Jessica DaMassa

AMA to Health Tech: Call a Doctor

“That’s why we’re investing so heavily in the innovation space…we look at physicians and how they’re spending their days. The amount of time they’re spending clicking away on their EHRs, wasting time – we think we can help fix it. It’s been a lot of years of other people not fixing it. We think it’s time for physicians to actually be in the rooms helping to make those solutions.” — Dr. Jack Resneck, Chairman of the Board, AMA

Sounds to me like physicians are a little disappointed in health tech. Don’t get me wrong. This is not another ‘digital health snake oil’ controversy. (Although we do go there…)

Instead, my main takeaway from this conversation with Dr. Jack Resneck, Chairman of the Board for the AMA, is that physicians don’t exactly feel included or engaged in the tech revolution happening in healthcare.

In short, while docs are excited about innovation, it seems they don’t feel heard. So much so that the AMA has created its own Silicon Valley-based ‘business formation and commercialization enterprise’ called Health2047 to prioritize solution development for what physicians have deemed the biggest systemic issues in healthcare. What’s out there is just missing the mark and, in more instances than not, says Dr. Resneck, the practicing physician’s perspective on what problems need to be solved in the first place.

I open this interview by asking what digital health entrepreneurs and health tech startups can do to work more effectively with physicians. The answer, it seems, might be as simple as ‘just ask your doctor.’

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1 reply »

  1. Let’s assume that our nation’s healthcare industry represents a broad cluster of institutions that are not successfully achieving the attributes of quality and cost required to solve the following objective (defined by Eleanor Roosevelt): “Its better for everybody when it gets better for everybody.” We should all begin by acknowledging a shared definition of an INSTITUTION.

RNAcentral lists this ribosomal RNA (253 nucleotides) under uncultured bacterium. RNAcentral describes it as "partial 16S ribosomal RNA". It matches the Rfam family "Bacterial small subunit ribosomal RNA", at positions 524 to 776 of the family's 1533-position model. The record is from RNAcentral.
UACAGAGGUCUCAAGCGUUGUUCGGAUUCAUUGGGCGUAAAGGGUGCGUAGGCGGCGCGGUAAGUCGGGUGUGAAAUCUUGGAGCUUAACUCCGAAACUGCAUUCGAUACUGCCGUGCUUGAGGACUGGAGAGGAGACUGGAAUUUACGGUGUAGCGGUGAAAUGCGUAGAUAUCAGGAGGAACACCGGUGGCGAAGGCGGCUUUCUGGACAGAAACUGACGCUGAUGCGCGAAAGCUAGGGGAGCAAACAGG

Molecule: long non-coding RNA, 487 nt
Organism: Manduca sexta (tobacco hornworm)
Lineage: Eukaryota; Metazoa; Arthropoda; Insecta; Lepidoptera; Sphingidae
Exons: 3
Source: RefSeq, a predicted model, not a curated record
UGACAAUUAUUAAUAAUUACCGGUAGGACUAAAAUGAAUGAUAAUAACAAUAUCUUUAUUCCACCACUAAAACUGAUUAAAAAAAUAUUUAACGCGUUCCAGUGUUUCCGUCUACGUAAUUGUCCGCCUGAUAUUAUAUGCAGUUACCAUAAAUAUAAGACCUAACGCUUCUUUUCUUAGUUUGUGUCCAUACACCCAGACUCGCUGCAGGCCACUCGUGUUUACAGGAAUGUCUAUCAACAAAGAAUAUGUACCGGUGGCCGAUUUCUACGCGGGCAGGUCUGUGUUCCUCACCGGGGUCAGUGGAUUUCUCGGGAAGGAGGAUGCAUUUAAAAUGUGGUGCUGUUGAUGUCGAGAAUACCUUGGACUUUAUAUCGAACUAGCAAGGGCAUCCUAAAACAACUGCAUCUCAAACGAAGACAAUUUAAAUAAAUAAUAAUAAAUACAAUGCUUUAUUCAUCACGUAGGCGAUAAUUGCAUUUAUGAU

I cite the definition of Elinor Ostrom, Nobel economist, for an institution:
    .”…the rules that humans use to organize all forms of repetitive and
    .structured interactions including within families, neighborhoods, markets, firms,
    .sports leagues, churches, private institutions, and governments at all scales.
    .Individuals interacting within rule-structured situations face choices
    .regarding the actions and strategies they may take, leading to consequences
    .for themselves and for others. The opportunities and constraints individuals face
    .in any particular situation, the information they obtain or are excluded from, and
    .how they reason about the situation are all affected by the rules or
    .absence of rules that structure the situation. Further, the rules affecting
    .one situation are themselves crafted by individuals interacting
    .in deeper-level situations. For example, the rules we use when driving
    .to work every day are crafted by officials acting within their collective-choice
    .rules to structure their deliberations and decisions. If the individuals
    .who are crafting and modifying rules do not understand how particular
    .combinations of rules affect actions and outcomes affects actions and
    .outcomes in a particular ecological and cultural environment, rules changes
    .may produce unexpected and, at times, DISASTROUS OUTCOMES.”
    .( capitals my edit – pjn )

    The quotation occurs on the first page of Professor Ostrom’s book UNDERSTANDING INSTITUTIONAL DIVERSITY published in 2005. The book might be considered a “must read” for anyone who is mystified by the lack of progress within our nation’s healthcare reform. Hint: you may need to read the definition above several times to appreciate its relevance. As a retired physician, it represents a clear explanation for understanding the origins of physician “burn-out.”

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